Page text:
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Black, Godless, and Stigmatized: “It’s like we’re fighting for our rights all over again.”

Black Americans may struggle even more to come out as atheists than members of other groups:

Standing before a room full of fellow African-Americans, Jamila Bey took a deep breath and announced she’s come out of the closet.

Her soul-bearing declaration is nearly taboo, she says.

“It’s the A-word,” said Bey, 33, feigning a whisper. “You commit social suicide as a black person when you say you’re an atheist.”

Nearly eight in 10 African-Americans said religion is very important in their lives, compared with 56 percent of the general U.S. adult population.

“You renounce your blackness,” said Bey. “You almost denigrate your heritage and history of the people if you claim atheism.”

Jonathan, a 29-year-old Washington resident who wouldn’t reveal his last name out of fear of backlash among friends and family, said his lack of religion has been nearly paralyzing.

“If I want a second date or a job in the community, I won’t say I’m an atheist,” he said. “It’s like we’re fighting for our rights all over again.”

And in addition to the alienation suffered by black atheists, it is worth noting the ways that the black church, despite being in many ways a vibrant historical force for positive social change, is limited by its dogmatic religiosity from being an unambiguously progressive force:

Many black American humanists agree that religious principles get in the way of effectively addressing the social ills facing the black community, including a higher proportion of HIV and AIDS cases compared with other races and ethnicities.

Diane Griffin, a former lobbyist for the National Minority AIDS Council, said one of her challenges while working to pass legislation was getting black leaders to encourage condom use.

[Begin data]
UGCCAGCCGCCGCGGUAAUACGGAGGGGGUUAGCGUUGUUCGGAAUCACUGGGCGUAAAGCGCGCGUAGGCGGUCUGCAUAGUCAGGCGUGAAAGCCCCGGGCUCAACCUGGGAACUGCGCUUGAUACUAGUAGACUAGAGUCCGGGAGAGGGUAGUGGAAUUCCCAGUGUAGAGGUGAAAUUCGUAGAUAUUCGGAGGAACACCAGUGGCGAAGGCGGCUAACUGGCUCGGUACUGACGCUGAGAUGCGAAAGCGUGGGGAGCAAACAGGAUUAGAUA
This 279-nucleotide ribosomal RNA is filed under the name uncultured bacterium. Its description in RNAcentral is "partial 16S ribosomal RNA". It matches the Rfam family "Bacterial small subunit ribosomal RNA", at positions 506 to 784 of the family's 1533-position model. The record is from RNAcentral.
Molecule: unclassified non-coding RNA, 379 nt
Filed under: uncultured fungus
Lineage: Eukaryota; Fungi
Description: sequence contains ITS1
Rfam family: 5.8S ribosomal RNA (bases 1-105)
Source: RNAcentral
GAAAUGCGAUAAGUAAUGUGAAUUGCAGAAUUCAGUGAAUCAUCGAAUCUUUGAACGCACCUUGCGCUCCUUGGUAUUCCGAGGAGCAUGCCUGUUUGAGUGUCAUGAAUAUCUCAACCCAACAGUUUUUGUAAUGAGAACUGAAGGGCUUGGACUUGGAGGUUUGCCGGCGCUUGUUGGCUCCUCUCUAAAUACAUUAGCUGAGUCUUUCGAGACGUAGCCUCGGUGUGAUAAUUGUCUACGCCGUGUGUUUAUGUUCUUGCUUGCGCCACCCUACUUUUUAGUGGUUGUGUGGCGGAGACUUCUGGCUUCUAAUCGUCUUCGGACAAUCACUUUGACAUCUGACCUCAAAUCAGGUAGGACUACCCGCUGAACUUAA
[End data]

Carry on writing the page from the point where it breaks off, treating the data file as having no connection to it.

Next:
“They feel that’s gonna say that they are somehow promoting homosexuality,” she said.

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About Daniel Fincke

Dr. Daniel Fincke  has his PhD in philosophy from Fordham University and spent 11 years teaching in college classrooms. He wrote his dissertation on Ethics and the philosophy of Friedrich Nietzsche. On Camels With Hammers, the careful philosophy blog he writes for a popular audience, Dan argues for atheism and develops a humanistic ethical theory he calls “Empowerment Ethics”. Dan also teaches affordable, non-matriculated, video-conferencing philosophy classes on ethics, Nietzsche, historical philosophy, and philosophy for atheists that anyone around the world can sign up for. (You can learn more about Dan’s online classes here.) Dan is an APPA  (American Philosophical Practitioners Association) certified philosophical counselor who offers philosophical advice services to help people work through the philosophical aspects of their practical problems or to work out their views on philosophical issues. (You can read examples of Dan’s advice here.) Through his blogging, his online teaching, and his philosophical advice services each, Dan specializes in helping people who have recently left a religious tradition work out their constructive answers to questions of ethics, metaphysics, the meaning of life, etc. as part of their process of radical worldview change.


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